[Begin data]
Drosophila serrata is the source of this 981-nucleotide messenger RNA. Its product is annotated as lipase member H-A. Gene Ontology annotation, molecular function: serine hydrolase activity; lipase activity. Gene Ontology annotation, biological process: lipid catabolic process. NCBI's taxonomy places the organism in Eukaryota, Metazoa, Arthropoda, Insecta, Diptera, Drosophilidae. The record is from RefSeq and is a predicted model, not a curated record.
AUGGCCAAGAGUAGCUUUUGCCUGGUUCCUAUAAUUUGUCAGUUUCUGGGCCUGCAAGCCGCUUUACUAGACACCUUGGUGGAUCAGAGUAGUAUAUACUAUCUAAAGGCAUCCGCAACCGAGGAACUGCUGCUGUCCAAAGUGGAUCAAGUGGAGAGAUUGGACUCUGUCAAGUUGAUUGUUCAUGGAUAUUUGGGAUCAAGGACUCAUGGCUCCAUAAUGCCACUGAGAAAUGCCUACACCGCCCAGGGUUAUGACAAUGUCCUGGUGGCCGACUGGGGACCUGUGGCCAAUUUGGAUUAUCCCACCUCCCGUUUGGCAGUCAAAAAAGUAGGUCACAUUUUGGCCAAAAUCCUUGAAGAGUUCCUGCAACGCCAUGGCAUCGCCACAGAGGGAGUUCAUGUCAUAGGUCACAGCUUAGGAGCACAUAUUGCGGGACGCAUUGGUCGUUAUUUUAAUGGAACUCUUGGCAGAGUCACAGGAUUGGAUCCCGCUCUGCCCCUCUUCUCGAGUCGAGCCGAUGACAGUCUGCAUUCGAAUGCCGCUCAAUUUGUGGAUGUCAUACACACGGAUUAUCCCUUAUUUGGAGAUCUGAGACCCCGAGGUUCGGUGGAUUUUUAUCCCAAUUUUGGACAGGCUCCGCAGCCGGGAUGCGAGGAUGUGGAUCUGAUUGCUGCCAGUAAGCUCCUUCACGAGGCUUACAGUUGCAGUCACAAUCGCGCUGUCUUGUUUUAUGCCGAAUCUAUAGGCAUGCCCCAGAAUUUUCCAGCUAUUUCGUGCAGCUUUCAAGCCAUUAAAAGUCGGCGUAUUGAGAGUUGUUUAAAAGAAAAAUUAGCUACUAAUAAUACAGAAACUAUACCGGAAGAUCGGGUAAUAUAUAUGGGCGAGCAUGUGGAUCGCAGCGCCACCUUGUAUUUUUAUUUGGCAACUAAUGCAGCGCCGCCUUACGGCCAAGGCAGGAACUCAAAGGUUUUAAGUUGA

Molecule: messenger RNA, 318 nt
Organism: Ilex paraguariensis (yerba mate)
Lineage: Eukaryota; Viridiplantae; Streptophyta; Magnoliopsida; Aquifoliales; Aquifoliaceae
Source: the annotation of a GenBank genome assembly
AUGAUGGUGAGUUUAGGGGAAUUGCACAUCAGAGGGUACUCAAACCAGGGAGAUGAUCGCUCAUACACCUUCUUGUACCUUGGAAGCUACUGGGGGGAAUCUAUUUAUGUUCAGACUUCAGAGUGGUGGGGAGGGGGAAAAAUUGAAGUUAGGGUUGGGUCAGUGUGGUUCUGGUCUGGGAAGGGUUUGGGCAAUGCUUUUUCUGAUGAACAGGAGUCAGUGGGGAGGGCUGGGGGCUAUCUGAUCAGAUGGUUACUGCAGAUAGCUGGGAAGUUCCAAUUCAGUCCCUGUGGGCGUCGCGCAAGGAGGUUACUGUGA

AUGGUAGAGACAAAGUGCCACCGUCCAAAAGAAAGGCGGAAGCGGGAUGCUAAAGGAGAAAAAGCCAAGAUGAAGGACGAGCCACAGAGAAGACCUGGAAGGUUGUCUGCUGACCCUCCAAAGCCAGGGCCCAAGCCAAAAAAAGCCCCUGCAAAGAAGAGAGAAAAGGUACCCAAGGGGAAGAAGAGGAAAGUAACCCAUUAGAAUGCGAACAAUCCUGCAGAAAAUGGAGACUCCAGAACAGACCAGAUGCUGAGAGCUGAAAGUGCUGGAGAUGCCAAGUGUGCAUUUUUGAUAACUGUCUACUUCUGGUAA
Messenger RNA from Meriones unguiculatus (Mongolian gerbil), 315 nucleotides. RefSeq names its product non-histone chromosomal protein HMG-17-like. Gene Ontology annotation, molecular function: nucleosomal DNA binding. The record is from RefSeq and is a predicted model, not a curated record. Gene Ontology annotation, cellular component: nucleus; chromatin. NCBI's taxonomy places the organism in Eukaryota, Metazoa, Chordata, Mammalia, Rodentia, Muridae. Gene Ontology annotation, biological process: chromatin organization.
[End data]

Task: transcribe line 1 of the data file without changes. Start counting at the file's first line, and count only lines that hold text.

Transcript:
Drosophila serrata is the source of this 981-nucleotide messenger RNA. Its product is annotated as lipase member H-A. Gene Ontology annotation, molecular function: serine hydrolase activity; lipase activity. Gene Ontology annotation, biological process: lipid catabolic process. NCBI's taxonomy places the organism in Eukaryota, Metazoa, Arthropoda, Insecta, Diptera, Drosophilidae. The record is from RefSeq and is a predicted model, not a curated record.